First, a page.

One of the most under-reported stories of the pandemic is the massive amount of money piling up in the nation’s banking system. That money will come back into the economy at some point, with the possibility of major economic stimulus, but also the real danger of inflation.
The money is piling up for the simple reason that incomes are up and spending is down. Yes, incomes are up, even though economic activity has slowed. The money injected into the economy by the federal government, through expanded unemployment benefits and the $1,200 “economic impact” payments, has more than made up for the decline in regular incomes. Figure 1 shows the basic blocks of personal income for the past several months.
Wages began to drop in March, but since most layoffs were in the second half of the month, and many unemployment insurance systems experienced delays, the March UI payments were not much larger than February’s. Then in April, while wages fell, UI payments started to roll in, and the massive infusion of dollars through the economic impact payments hit. This caused a large jump in total personal income for the month of April. By May, UI was expanding, with additional federal payments, and impact payments had slowed to a trickle. But wages and proprietors’ income were beginning to recover, so personal income in May (reported on June 26) was still higher than in February.
Figure 2 shows the rates of growth of the components of personal income between February and May, with the investment category broken out.
As the bars and lines in Figure 1 make clear as well, most categories of income fell, but UI grew massively. Personal income was higher in May than February, even without the impact payments. (Personal income figures from the Bureau of Economic Analysis count Medicare and Medicaid benefits as income, but Figures 1 and 2 do not include them.)
Now, to the question of the piling up of money. Figure 3 shows what households did with their after-tax disposable personal income in the past four months.
The short answer: they saved a lot of it. The pattern of spending in this recession is quite different from that in the past. Generally, in a downturn, households cut back drastically on durable goods: the aging car or refrigerator can last another six months. But while durable goods spending dipped in April, it is now just about back to February levels. Non-durable goods spending grew in March (all that toilet paper), dropped in April, and by May was almost back to February levels.
The big hit was in services, which were either closed down (restaurants, dentists) or just too scary (plane rides). Services spending grew by 6 percent from April to May but remains 15 percent below February levels.
So, with incomes up due to government payments and some recovery, and spending persistently down, household savings rates have shot up. With spending already cut in March, money started to build up. By April, spending was way down, and the savings rate went up to an astonishing 32 percent. By May, the savings rate was still sitting at a very high 23 percent. Typical savings rates are around 7 percent.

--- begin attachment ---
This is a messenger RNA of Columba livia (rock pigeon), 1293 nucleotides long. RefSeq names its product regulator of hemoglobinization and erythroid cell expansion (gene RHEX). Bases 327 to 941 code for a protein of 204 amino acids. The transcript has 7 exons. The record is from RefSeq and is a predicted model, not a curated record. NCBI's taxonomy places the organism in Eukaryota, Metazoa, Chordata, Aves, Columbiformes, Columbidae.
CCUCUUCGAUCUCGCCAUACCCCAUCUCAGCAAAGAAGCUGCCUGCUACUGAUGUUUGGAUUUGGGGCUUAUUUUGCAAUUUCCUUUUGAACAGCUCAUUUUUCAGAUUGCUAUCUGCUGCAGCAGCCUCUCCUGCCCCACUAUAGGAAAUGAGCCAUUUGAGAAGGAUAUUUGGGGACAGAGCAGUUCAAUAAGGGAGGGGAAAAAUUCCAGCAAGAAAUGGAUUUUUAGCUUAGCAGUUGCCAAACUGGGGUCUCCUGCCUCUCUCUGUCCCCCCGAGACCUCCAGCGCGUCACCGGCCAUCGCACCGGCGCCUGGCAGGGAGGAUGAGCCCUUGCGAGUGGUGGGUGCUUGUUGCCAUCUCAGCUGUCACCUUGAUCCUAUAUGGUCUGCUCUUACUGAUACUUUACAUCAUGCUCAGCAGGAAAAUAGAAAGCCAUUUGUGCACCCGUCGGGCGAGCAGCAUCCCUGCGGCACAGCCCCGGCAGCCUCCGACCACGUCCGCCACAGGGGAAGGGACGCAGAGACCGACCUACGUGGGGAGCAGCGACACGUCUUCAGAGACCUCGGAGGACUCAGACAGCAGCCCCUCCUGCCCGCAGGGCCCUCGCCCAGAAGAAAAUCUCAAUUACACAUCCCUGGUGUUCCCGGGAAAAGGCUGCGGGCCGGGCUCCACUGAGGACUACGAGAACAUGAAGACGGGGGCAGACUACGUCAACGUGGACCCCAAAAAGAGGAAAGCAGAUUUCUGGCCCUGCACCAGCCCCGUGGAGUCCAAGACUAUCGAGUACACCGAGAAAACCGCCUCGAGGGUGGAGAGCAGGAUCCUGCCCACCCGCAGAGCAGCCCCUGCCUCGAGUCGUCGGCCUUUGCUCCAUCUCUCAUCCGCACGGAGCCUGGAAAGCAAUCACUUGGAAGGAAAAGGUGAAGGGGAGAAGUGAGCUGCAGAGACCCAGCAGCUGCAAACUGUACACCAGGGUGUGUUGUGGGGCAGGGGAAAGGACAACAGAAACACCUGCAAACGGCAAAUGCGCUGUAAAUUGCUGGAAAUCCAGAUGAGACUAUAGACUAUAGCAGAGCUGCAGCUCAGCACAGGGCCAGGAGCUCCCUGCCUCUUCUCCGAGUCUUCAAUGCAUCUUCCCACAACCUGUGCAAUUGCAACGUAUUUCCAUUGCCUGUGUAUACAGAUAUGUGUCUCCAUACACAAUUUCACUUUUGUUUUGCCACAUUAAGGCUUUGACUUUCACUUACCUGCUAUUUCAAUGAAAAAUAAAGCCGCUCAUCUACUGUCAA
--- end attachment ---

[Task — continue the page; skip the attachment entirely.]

We can see where all that cash sits by looking at the money supply figures published by the Federal Reserve. The cash that is available to households and businesses to spend is categorized as either M-1, the most readily available (currency and checking accounts) and M-2 (M-1 plus savings accounts that can be tapped easily). Figure 4 shows the M-1 and M-2 money supply going back into 2019. The blue areas are M-1 and the green areas are the parts of M-2 that are not in M-1.
We see the money supply skimming along smoothly through 2019 and into 2020, just topping $15 trillion and growing an average of 0.15 percent per week. Then, beginning the week of March 2, the money supply started to climb an average of over 1 percent per week. The total M-2 is now $2.8 trillion, or 18 percent higher than in mid-February. $2.8 trillion amounts to $8,500 for every person in the country.
To show how dramatic this money supply growth is, Figure 5 show the M-2 money supply from 1980 to the present, with a shaded area indicating the Great Recession of 2007-2009.
The sharp upturn at the far right of the graph is the past three months. Nowhere in the past 40 years has the money supply seen anywhere near that kind of short term growth.
Contemporary macroeconomic theory pays close attention to the money supply, as it is a major determinant of both economic growth and inflation. The unprecedented growth in the money supply offers both hope and fear. The hope is that once the households that have remained economically secure can start spending again, they will tap into all that money and fire up the economy. The recent money supply growth amounts to about 13 percent of GDP and can make a huge difference if unleashed. The relative strength of durable goods purchasing, and the larger sums of money in bank accounts, indicate that perhaps households will spend those dollars on cars, appliances, home improvements and other big ticket items that provide strong economic stimulus.
The fear is inflation. The economy has been damaged, and industries may not be able to gear up in time for a consumer onrush, resulting in shortages and higher prices. The Fed will have its hands full as it tries to get the economy back up to the right temperature: high enough to get unemployment down to normal levels, but not so hot as to fuel excessive inflation.